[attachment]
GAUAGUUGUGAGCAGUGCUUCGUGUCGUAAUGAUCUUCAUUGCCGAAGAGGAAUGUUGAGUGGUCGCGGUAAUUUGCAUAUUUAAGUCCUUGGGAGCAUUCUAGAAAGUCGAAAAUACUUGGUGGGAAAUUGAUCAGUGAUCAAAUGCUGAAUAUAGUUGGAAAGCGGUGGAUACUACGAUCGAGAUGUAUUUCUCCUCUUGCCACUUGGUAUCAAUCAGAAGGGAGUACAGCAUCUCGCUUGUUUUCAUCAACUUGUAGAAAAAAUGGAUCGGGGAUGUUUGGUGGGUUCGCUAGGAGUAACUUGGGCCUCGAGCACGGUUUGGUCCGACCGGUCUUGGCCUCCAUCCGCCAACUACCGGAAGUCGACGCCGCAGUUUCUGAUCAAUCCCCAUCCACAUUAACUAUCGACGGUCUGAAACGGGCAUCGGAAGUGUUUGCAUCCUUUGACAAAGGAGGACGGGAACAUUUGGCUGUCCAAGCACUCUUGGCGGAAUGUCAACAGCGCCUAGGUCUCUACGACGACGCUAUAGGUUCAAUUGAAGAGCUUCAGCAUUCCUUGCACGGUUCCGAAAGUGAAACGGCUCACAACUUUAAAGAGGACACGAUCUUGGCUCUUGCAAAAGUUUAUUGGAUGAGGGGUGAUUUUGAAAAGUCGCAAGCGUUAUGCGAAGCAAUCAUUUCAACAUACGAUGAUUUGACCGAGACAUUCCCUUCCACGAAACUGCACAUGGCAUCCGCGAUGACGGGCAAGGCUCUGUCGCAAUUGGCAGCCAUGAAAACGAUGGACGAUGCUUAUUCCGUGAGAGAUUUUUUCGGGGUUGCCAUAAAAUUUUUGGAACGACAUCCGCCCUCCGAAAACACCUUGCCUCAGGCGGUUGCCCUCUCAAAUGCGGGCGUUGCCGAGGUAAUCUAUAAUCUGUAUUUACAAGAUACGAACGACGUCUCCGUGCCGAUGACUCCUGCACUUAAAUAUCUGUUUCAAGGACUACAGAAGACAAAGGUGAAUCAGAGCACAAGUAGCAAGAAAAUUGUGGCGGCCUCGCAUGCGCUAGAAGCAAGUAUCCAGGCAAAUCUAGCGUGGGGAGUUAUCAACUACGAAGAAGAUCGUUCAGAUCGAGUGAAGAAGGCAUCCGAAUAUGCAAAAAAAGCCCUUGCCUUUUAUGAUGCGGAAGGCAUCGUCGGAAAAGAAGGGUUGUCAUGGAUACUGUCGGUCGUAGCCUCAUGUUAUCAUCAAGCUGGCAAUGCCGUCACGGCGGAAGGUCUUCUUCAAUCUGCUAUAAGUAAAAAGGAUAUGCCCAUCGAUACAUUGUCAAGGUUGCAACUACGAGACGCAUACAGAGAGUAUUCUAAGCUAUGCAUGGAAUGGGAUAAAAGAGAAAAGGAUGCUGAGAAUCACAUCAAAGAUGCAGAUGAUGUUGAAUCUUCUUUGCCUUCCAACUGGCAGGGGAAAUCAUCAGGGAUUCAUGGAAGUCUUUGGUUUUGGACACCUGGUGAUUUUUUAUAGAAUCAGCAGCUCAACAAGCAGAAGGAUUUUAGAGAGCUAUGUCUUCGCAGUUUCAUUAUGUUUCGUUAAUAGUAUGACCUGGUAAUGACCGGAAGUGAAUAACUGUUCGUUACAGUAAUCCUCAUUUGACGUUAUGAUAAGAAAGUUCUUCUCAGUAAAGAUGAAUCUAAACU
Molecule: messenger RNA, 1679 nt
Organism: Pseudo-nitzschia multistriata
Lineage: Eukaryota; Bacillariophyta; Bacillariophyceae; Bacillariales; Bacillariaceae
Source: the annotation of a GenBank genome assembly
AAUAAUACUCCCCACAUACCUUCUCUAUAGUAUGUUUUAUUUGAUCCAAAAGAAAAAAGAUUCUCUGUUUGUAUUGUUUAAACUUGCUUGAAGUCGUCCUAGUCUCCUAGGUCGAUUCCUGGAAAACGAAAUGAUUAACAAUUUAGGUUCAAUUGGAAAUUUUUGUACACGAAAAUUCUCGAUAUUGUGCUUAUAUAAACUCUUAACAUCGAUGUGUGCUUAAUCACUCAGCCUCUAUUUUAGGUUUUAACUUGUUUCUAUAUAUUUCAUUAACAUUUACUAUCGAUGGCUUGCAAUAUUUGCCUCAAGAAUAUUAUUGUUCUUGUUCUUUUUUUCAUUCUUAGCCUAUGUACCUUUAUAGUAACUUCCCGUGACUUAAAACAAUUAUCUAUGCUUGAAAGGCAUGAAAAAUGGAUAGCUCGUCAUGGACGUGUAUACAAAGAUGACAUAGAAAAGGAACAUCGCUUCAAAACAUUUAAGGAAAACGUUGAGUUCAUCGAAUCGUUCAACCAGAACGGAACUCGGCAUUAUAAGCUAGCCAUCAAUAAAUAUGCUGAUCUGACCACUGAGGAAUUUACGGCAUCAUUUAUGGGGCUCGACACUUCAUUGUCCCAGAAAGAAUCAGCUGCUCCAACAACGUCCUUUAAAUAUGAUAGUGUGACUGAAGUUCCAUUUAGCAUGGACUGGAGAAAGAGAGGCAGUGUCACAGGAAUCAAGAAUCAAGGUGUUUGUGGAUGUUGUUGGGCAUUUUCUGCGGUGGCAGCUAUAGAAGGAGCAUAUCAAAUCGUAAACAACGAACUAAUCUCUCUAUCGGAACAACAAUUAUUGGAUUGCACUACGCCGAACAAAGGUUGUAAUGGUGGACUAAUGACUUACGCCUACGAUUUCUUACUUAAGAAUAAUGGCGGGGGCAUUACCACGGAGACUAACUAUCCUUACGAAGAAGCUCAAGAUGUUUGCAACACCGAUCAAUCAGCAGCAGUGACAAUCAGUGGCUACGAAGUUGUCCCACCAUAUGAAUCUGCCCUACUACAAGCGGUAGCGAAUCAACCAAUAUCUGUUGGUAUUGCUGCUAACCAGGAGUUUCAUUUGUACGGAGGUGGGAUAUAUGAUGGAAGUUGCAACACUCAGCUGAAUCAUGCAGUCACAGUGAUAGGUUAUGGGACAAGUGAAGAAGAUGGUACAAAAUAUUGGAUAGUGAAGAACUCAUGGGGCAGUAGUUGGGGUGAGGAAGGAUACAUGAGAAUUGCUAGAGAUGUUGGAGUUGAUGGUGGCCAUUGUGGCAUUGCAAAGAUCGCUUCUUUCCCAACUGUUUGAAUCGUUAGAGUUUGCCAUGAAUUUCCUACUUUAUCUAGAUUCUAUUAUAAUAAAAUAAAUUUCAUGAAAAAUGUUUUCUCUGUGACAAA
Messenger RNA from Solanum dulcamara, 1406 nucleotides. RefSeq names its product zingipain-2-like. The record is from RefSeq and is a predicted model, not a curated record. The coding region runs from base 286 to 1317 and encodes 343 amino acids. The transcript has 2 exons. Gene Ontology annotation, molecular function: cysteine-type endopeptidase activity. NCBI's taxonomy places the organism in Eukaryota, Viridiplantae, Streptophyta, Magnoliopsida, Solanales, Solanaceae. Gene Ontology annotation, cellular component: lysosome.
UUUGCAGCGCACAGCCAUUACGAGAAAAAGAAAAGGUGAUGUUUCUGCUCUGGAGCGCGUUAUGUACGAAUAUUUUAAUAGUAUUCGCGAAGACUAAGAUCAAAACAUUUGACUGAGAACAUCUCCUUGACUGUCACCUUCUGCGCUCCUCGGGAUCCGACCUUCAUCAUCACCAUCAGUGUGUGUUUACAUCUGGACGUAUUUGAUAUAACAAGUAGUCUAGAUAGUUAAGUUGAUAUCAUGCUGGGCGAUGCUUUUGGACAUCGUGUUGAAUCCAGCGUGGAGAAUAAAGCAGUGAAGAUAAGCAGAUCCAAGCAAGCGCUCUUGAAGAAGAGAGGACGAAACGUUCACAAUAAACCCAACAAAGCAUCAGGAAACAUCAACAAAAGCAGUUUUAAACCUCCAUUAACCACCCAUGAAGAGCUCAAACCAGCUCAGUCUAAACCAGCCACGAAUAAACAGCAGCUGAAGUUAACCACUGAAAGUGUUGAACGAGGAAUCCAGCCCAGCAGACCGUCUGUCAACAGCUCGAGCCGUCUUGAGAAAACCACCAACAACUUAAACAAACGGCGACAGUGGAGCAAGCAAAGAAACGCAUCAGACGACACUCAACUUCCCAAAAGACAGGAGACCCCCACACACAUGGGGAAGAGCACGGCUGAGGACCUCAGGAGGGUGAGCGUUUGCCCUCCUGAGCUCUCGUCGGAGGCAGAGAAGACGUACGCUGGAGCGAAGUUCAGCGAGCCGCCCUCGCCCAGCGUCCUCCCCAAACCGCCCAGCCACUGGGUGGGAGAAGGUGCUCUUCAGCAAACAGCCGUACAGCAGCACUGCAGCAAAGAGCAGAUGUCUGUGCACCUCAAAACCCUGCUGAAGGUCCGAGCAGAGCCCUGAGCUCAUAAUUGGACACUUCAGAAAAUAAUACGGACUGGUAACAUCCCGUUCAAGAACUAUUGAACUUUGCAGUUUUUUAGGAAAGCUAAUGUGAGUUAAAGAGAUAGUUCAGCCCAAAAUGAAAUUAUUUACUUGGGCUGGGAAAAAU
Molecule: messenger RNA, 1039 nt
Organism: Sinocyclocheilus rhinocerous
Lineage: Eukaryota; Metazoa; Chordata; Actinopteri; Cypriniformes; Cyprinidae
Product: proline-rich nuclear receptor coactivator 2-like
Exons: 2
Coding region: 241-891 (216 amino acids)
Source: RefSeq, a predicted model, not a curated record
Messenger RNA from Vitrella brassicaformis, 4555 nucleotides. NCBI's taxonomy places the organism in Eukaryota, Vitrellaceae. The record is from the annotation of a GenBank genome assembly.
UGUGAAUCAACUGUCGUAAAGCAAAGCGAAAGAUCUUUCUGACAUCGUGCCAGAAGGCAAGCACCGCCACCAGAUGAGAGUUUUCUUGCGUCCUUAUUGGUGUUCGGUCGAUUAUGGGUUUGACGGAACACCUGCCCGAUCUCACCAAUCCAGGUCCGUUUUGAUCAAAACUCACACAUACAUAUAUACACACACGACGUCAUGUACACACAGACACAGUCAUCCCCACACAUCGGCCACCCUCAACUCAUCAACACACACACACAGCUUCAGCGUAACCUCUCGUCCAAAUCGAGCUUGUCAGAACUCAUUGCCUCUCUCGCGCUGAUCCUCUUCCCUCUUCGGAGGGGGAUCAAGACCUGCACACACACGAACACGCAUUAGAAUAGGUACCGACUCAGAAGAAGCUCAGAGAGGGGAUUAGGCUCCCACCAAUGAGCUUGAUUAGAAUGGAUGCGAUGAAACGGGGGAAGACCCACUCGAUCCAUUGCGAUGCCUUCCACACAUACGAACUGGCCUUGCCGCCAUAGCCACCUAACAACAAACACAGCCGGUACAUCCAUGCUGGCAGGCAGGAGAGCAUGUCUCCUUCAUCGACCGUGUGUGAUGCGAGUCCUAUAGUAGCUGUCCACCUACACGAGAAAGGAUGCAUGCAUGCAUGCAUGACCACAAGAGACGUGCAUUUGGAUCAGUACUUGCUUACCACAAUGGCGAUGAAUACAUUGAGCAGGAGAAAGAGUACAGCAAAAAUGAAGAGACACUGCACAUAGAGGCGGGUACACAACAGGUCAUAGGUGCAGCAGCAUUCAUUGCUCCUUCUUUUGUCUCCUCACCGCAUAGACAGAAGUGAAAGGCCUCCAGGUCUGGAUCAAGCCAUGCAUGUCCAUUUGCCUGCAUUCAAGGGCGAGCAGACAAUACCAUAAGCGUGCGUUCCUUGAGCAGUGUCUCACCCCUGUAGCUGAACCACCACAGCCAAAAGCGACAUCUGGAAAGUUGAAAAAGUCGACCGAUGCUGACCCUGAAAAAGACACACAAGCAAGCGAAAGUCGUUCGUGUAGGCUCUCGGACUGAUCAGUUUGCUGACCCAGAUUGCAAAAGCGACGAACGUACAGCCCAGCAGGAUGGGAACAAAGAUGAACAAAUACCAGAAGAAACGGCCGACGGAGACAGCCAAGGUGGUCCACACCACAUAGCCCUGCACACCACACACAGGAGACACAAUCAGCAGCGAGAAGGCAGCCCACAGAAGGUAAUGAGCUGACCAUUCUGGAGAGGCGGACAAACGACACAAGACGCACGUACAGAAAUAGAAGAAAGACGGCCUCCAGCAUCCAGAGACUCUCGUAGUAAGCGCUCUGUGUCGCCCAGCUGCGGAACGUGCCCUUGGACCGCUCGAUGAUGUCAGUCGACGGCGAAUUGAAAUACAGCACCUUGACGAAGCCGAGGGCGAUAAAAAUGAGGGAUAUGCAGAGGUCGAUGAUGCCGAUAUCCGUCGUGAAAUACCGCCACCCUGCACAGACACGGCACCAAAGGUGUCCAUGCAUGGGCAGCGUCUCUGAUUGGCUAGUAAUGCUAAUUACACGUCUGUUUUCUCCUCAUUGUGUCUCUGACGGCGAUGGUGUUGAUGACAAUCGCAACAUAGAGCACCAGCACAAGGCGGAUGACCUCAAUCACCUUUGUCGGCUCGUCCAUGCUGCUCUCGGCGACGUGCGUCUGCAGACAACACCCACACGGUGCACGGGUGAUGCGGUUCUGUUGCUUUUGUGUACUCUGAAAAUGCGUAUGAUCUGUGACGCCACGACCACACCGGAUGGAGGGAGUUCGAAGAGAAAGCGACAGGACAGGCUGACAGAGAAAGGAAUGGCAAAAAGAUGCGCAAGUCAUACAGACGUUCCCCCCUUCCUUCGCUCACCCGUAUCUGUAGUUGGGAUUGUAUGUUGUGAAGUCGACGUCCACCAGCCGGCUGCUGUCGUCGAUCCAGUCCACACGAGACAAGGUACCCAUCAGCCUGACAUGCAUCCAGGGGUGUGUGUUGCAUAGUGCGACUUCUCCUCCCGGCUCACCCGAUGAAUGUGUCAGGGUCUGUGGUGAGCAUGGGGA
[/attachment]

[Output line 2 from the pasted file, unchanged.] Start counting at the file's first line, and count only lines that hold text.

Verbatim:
Molecule: messenger RNA, 1679 nt